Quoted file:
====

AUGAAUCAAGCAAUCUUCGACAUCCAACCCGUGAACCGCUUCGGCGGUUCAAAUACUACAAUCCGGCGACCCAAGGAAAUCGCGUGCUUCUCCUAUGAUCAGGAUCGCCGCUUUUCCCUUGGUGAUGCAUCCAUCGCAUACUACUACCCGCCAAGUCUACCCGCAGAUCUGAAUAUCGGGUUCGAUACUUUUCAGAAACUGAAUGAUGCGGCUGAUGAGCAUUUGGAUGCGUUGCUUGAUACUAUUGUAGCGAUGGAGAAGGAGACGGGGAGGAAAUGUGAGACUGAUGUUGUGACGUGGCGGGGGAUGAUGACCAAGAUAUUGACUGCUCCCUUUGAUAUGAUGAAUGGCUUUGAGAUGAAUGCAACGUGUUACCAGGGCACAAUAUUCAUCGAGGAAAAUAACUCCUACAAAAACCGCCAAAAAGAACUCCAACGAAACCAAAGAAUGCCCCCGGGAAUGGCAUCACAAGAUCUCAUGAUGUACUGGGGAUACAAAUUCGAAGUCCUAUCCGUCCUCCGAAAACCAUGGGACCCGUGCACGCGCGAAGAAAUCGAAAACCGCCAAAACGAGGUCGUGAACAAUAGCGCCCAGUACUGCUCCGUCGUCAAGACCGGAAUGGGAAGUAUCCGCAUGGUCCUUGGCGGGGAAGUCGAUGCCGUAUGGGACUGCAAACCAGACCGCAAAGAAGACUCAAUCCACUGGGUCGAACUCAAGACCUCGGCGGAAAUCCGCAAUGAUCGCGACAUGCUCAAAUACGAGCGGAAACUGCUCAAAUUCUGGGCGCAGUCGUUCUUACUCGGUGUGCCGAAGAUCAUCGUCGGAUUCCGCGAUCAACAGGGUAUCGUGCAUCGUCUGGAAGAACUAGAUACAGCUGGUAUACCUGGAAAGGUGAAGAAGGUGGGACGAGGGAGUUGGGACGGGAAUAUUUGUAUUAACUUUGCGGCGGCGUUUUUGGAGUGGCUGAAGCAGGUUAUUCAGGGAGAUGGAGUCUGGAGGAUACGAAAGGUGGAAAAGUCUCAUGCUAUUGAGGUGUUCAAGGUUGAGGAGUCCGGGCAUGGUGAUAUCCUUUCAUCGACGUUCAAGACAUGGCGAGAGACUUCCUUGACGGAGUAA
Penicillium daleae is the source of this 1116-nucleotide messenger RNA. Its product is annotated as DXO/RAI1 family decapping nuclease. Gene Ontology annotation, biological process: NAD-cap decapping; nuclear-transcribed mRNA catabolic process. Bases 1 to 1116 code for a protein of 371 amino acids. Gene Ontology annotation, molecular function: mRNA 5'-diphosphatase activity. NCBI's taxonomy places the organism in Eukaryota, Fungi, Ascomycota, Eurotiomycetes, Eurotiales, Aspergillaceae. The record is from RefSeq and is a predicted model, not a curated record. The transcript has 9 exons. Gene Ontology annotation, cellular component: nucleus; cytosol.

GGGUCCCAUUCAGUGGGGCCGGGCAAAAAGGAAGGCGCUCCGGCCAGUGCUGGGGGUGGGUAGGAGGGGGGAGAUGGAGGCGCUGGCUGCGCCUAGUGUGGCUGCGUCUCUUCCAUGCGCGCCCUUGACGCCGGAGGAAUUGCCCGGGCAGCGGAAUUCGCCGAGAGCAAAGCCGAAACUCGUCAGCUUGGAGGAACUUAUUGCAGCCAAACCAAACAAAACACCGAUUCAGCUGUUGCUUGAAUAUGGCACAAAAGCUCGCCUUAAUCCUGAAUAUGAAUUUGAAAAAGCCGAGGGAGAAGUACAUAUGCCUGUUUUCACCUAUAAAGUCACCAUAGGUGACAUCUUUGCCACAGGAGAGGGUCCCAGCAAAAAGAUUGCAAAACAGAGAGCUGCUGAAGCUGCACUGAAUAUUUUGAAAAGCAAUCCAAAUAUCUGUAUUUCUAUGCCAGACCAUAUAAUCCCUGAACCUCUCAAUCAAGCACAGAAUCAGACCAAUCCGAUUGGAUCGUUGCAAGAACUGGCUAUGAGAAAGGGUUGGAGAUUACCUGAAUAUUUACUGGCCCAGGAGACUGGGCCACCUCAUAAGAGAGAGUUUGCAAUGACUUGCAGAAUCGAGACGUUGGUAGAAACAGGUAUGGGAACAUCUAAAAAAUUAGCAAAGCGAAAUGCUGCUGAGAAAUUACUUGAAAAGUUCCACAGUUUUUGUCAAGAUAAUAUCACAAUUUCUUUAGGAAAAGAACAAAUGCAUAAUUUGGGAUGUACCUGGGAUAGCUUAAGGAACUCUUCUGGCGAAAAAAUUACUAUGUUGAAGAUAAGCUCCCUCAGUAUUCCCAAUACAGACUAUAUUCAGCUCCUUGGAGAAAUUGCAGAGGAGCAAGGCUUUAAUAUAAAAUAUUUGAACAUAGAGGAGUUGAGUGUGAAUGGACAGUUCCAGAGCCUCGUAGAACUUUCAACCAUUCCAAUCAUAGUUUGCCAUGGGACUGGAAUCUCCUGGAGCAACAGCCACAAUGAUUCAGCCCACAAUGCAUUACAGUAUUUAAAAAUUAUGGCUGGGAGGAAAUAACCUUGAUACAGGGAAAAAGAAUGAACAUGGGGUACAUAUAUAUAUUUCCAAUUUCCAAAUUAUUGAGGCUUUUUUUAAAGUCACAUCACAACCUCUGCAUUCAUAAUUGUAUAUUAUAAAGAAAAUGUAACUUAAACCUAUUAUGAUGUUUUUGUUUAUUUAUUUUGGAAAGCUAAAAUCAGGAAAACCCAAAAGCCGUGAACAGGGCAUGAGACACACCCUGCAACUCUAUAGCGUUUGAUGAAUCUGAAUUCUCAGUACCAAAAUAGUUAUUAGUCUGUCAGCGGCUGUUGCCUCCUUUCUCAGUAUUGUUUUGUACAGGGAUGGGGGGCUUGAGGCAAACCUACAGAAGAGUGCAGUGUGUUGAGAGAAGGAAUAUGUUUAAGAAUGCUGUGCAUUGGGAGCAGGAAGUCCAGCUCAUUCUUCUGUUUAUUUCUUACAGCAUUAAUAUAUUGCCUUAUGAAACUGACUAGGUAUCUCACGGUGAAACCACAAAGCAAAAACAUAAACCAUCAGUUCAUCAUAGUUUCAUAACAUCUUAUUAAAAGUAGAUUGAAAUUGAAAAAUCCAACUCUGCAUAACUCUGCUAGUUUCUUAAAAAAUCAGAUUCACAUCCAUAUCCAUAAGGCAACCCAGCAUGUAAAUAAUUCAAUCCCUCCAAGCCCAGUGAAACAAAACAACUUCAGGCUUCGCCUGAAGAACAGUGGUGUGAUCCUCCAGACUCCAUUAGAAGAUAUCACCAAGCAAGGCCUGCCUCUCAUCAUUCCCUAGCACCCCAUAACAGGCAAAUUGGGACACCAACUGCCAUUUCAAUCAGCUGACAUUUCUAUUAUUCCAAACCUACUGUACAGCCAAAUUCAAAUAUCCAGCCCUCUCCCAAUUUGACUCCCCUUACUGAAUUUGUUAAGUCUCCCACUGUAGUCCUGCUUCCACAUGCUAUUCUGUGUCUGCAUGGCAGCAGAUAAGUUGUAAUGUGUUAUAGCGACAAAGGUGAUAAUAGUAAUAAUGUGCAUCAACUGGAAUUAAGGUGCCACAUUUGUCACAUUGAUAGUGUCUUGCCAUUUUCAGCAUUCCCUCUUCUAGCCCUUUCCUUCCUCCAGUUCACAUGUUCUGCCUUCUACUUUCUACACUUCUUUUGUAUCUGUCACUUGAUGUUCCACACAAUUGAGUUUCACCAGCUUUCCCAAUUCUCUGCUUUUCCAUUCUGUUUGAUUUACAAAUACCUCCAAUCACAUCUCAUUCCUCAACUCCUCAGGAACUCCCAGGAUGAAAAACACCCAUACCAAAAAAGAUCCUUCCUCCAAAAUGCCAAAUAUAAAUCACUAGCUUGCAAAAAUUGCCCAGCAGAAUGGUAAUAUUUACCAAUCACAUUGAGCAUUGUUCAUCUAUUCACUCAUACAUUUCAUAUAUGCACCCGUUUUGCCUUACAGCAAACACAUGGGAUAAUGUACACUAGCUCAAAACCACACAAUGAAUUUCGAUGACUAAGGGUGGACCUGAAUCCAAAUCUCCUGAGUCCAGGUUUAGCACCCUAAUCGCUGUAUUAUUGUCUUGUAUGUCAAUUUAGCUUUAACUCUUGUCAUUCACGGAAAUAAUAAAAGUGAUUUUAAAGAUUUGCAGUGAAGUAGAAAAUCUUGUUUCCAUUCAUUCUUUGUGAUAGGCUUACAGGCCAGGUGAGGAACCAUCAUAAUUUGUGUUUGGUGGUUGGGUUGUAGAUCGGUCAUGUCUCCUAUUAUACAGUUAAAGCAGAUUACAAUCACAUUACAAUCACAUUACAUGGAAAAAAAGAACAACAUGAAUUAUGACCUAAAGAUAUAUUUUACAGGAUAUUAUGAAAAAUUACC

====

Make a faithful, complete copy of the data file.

AUGAAUCAAGCAAUCUUCGACAUCCAACCCGUGAACCGCUUCGGCGGUUCAAAUACUACAAUCCGGCGACCCAAGGAAAUCGCGUGCUUCUCCUAUGAUCAGGAUCGCCGCUUUUCCCUUGGUGAUGCAUCCAUCGCAUACUACUACCCGCCAAGUCUACCCGCAGAUCUGAAUAUCGGGUUCGAUACUUUUCAGAAACUGAAUGAUGCGGCUGAUGAGCAUUUGGAUGCGUUGCUUGAUACUAUUGUAGCGAUGGAGAAGGAGACGGGGAGGAAAUGUGAGACUGAUGUUGUGACGUGGCGGGGGAUGAUGACCAAGAUAUUGACUGCUCCCUUUGAUAUGAUGAAUGGCUUUGAGAUGAAUGCAACGUGUUACCAGGGCACAAUAUUCAUCGAGGAAAAUAACUCCUACAAAAACCGCCAAAAAGAACUCCAACGAAACCAAAGAAUGCCCCCGGGAAUGGCAUCACAAGAUCUCAUGAUGUACUGGGGAUACAAAUUCGAAGUCCUAUCCGUCCUCCGAAAACCAUGGGACCCGUGCACGCGCGAAGAAAUCGAAAACCGCCAAAACGAGGUCGUGAACAAUAGCGCCCAGUACUGCUCCGUCGUCAAGACCGGAAUGGGAAGUAUCCGCAUGGUCCUUGGCGGGGAAGUCGAUGCCGUAUGGGACUGCAAACCAGACCGCAAAGAAGACUCAAUCCACUGGGUCGAACUCAAGACCUCGGCGGAAAUCCGCAAUGAUCGCGACAUGCUCAAAUACGAGCGGAAACUGCUCAAAUUCUGGGCGCAGUCGUUCUUACUCGGUGUGCCGAAGAUCAUCGUCGGAUUCCGCGAUCAACAGGGUAUCGUGCAUCGUCUGGAAGAACUAGAUACAGCUGGUAUACCUGGAAAGGUGAAGAAGGUGGGACGAGGGAGUUGGGACGGGAAUAUUUGUAUUAACUUUGCGGCGGCGUUUUUGGAGUGGCUGAAGCAGGUUAUUCAGGGAGAUGGAGUCUGGAGGAUACGAAAGGUGGAAAAGUCUCAUGCUAUUGAGGUGUUCAAGGUUGAGGAGUCCGGGCAUGGUGAUAUCCUUUCAUCGACGUUCAAGACAUGGCGAGAGACUUCCUUGACGGAGUAA
Penicillium daleae is the source of this 1116-nucleotide messenger RNA. Its product is annotated as DXO/RAI1 family decapping nuclease. Gene Ontology annotation, biological process: NAD-cap decapping; nuclear-transcribed mRNA catabolic process. Bases 1 to 1116 code for a protein of 371 amino acids. Gene Ontology annotation, molecular function: mRNA 5'-diphosphatase activity. NCBI's taxonomy places the organism in Eukaryota, Fungi, Ascomycota, Eurotiomycetes, Eurotiales, Aspergillaceae. The record is from RefSeq and is a predicted model, not a curated record. The transcript has 9 exons. Gene Ontology annotation, cellular component: nucleus; cytosol.

GGGUCCCAUUCAGUGGGGCCGGGCAAAAAGGAAGGCGCUCCGGCCAGUGCUGGGGGUGGGUAGGAGGGGGGAGAUGGAGGCGCUGGCUGCGCCUAGUGUGGCUGCGUCUCUUCCAUGCGCGCCCUUGACGCCGGAGGAAUUGCCCGGGCAGCGGAAUUCGCCGAGAGCAAAGCCGAAACUCGUCAGCUUGGAGGAACUUAUUGCAGCCAAACCAAACAAAACACCGAUUCAGCUGUUGCUUGAAUAUGGCACAAAAGCUCGCCUUAAUCCUGAAUAUGAAUUUGAAAAAGCCGAGGGAGAAGUACAUAUGCCUGUUUUCACCUAUAAAGUCACCAUAGGUGACAUCUUUGCCACAGGAGAGGGUCCCAGCAAAAAGAUUGCAAAACAGAGAGCUGCUGAAGCUGCACUGAAUAUUUUGAAAAGCAAUCCAAAUAUCUGUAUUUCUAUGCCAGACCAUAUAAUCCCUGAACCUCUCAAUCAAGCACAGAAUCAGACCAAUCCGAUUGGAUCGUUGCAAGAACUGGCUAUGAGAAAGGGUUGGAGAUUACCUGAAUAUUUACUGGCCCAGGAGACUGGGCCACCUCAUAAGAGAGAGUUUGCAAUGACUUGCAGAAUCGAGACGUUGGUAGAAACAGGUAUGGGAACAUCUAAAAAAUUAGCAAAGCGAAAUGCUGCUGAGAAAUUACUUGAAAAGUUCCACAGUUUUUGUCAAGAUAAUAUCACAAUUUCUUUAGGAAAAGAACAAAUGCAUAAUUUGGGAUGUACCUGGGAUAGCUUAAGGAACUCUUCUGGCGAAAAAAUUACUAUGUUGAAGAUAAGCUCCCUCAGUAUUCCCAAUACAGACUAUAUUCAGCUCCUUGGAGAAAUUGCAGAGGAGCAAGGCUUUAAUAUAAAAUAUUUGAACAUAGAGGAGUUGAGUGUGAAUGGACAGUUCCAGAGCCUCGUAGAACUUUCAACCAUUCCAAUCAUAGUUUGCCAUGGGACUGGAAUCUCCUGGAGCAACAGCCACAAUGAUUCAGCCCACAAUGCAUUACAGUAUUUAAAAAUUAUGGCUGGGAGGAAAUAACCUUGAUACAGGGAAAAAGAAUGAACAUGGGGUACAUAUAUAUAUUUCCAAUUUCCAAAUUAUUGAGGCUUUUUUUAAAGUCACAUCACAACCUCUGCAUUCAUAAUUGUAUAUUAUAAAGAAAAUGUAACUUAAACCUAUUAUGAUGUUUUUGUUUAUUUAUUUUGGAAAGCUAAAAUCAGGAAAACCCAAAAGCCGUGAACAGGGCAUGAGACACACCCUGCAACUCUAUAGCGUUUGAUGAAUCUGAAUUCUCAGUACCAAAAUAGUUAUUAGUCUGUCAGCGGCUGUUGCCUCCUUUCUCAGUAUUGUUUUGUACAGGGAUGGGGGGCUUGAGGCAAACCUACAGAAGAGUGCAGUGUGUUGAGAGAAGGAAUAUGUUUAAGAAUGCUGUGCAUUGGGAGCAGGAAGUCCAGCUCAUUCUUCUGUUUAUUUCUUACAGCAUUAAUAUAUUGCCUUAUGAAACUGACUAGGUAUCUCACGGUGAAACCACAAAGCAAAAACAUAAACCAUCAGUUCAUCAUAGUUUCAUAACAUCUUAUUAAAAGUAGAUUGAAAUUGAAAAAUCCAACUCUGCAUAACUCUGCUAGUUUCUUAAAAAAUCAGAUUCACAUCCAUAUCCAUAAGGCAACCCAGCAUGUAAAUAAUUCAAUCCCUCCAAGCCCAGUGAAACAAAACAACUUCAGGCUUCGCCUGAAGAACAGUGGUGUGAUCCUCCAGACUCCAUUAGAAGAUAUCACCAAGCAAGGCCUGCCUCUCAUCAUUCCCUAGCACCCCAUAACAGGCAAAUUGGGACACCAACUGCCAUUUCAAUCAGCUGACAUUUCUAUUAUUCCAAACCUACUGUACAGCCAAAUUCAAAUAUCCAGCCCUCUCCCAAUUUGACUCCCCUUACUGAAUUUGUUAAGUCUCCCACUGUAGUCCUGCUUCCACAUGCUAUUCUGUGUCUGCAUGGCAGCAGAUAAGUUGUAAUGUGUUAUAGCGACAAAGGUGAUAAUAGUAAUAAUGUGCAUCAACUGGAAUUAAGGUGCCACAUUUGUCACAUUGAUAGUGUCUUGCCAUUUUCAGCAUUCCCUCUUCUAGCCCUUUCCUUCCUCCAGUUCACAUGUUCUGCCUUCUACUUUCUACACUUCUUUUGUAUCUGUCACUUGAUGUUCCACACAAUUGAGUUUCACCAGCUUUCCCAAUUCUCUGCUUUUCCAUUCUGUUUGAUUUACAAAUACCUCCAAUCACAUCUCAUUCCUCAACUCCUCAGGAACUCCCAGGAUGAAAAACACCCAUACCAAAAAAGAUCCUUCCUCCAAAAUGCCAAAUAUAAAUCACUAGCUUGCAAAAAUUGCCCAGCAGAAUGGUAAUAUUUACCAAUCACAUUGAGCAUUGUUCAUCUAUUCACUCAUACAUUUCAUAUAUGCACCCGUUUUGCCUUACAGCAAACACAUGGGAUAAUGUACACUAGCUCAAAACCACACAAUGAAUUUCGAUGACUAAGGGUGGACCUGAAUCCAAAUCUCCUGAGUCCAGGUUUAGCACCCUAAUCGCUGUAUUAUUGUCUUGUAUGUCAAUUUAGCUUUAACUCUUGUCAUUCACGGAAAUAAUAAAAGUGAUUUUAAAGAUUUGCAGUGAAGUAGAAAAUCUUGUUUCCAUUCAUUCUUUGUGAUAGGCUUACAGGCCAGGUGAGGAACCAUCAUAAUUUGUGUUUGGUGGUUGGGUUGUAGAUCGGUCAUGUCUCCUAUUAUACAGUUAAAGCAGAUUACAAUCACAUUACAAUCACAUUACAUGGAAAAAAAGAACAACAUGAAUUAUGACCUAAAGAUAUAUUUUACAGGAUAUUAUGAAAAAUUACC